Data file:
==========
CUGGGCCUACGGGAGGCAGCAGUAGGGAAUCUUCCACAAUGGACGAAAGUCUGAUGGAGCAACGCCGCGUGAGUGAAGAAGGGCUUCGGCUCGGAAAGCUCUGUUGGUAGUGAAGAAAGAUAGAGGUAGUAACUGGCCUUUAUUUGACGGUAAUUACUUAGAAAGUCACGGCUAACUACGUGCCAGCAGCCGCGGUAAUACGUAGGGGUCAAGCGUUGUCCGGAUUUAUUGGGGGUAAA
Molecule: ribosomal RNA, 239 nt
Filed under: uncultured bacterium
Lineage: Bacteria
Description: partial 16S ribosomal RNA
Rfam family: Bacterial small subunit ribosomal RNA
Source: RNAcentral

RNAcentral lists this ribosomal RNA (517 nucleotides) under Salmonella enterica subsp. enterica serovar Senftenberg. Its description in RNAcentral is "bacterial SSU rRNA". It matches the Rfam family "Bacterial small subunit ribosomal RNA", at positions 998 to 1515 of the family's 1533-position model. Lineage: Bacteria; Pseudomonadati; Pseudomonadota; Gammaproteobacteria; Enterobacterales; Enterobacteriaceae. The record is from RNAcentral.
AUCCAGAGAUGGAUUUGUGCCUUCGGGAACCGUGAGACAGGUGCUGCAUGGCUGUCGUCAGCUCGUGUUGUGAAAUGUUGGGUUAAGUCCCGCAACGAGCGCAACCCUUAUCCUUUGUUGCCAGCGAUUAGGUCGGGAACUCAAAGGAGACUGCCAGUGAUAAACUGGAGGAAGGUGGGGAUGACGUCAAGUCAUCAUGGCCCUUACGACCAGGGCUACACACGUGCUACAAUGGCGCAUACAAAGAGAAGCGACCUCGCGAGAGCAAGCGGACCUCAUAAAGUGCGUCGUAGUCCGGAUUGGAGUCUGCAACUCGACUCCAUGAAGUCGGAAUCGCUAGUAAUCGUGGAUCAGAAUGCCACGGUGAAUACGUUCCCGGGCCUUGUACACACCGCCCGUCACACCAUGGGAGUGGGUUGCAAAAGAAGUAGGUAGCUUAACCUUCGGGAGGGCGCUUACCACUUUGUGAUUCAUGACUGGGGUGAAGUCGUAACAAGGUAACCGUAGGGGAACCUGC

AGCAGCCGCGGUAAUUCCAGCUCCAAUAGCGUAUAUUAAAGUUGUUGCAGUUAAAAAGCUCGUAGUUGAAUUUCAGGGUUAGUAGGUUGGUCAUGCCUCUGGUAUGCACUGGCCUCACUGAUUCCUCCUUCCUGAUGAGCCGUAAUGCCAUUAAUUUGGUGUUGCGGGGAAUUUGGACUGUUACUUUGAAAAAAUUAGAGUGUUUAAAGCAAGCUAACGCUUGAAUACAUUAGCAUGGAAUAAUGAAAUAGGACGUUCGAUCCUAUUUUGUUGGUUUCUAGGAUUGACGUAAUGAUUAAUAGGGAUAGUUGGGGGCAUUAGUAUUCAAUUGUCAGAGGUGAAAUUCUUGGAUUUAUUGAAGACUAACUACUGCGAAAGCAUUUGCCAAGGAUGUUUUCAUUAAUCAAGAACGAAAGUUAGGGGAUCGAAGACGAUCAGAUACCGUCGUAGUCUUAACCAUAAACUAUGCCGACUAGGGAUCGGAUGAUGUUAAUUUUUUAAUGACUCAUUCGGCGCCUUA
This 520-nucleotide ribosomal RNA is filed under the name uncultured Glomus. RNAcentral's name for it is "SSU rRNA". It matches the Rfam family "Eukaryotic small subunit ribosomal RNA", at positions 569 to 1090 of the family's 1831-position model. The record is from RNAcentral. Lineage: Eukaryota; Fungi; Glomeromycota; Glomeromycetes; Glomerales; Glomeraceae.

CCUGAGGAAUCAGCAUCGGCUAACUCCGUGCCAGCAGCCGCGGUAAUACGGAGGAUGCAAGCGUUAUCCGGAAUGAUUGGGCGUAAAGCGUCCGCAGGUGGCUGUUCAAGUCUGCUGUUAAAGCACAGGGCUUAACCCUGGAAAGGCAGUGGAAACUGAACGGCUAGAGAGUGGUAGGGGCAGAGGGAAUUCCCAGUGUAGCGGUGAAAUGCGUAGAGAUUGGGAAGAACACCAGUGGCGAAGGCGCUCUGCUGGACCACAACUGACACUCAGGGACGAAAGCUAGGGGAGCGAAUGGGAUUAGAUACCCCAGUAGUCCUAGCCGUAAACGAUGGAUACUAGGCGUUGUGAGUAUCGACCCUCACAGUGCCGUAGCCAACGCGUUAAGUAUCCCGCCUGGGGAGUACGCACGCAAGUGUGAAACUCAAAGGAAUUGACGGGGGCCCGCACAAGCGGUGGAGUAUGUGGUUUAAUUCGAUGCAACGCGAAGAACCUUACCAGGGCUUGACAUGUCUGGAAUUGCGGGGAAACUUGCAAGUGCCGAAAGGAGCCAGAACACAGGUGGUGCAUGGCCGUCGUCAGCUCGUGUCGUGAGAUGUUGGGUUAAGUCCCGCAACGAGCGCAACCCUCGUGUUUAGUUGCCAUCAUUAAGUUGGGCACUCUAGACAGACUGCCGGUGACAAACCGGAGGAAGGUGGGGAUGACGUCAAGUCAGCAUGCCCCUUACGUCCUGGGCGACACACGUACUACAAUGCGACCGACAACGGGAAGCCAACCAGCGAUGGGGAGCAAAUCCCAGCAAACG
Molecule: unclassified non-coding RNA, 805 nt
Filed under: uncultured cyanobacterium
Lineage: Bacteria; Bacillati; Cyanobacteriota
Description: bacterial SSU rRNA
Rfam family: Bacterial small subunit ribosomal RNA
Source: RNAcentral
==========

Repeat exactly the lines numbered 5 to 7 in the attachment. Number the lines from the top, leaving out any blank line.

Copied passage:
Description: partial 16S ribosomal RNA
Rfam family: Bacterial small subunit ribosomal RNA
Source: RNAcentral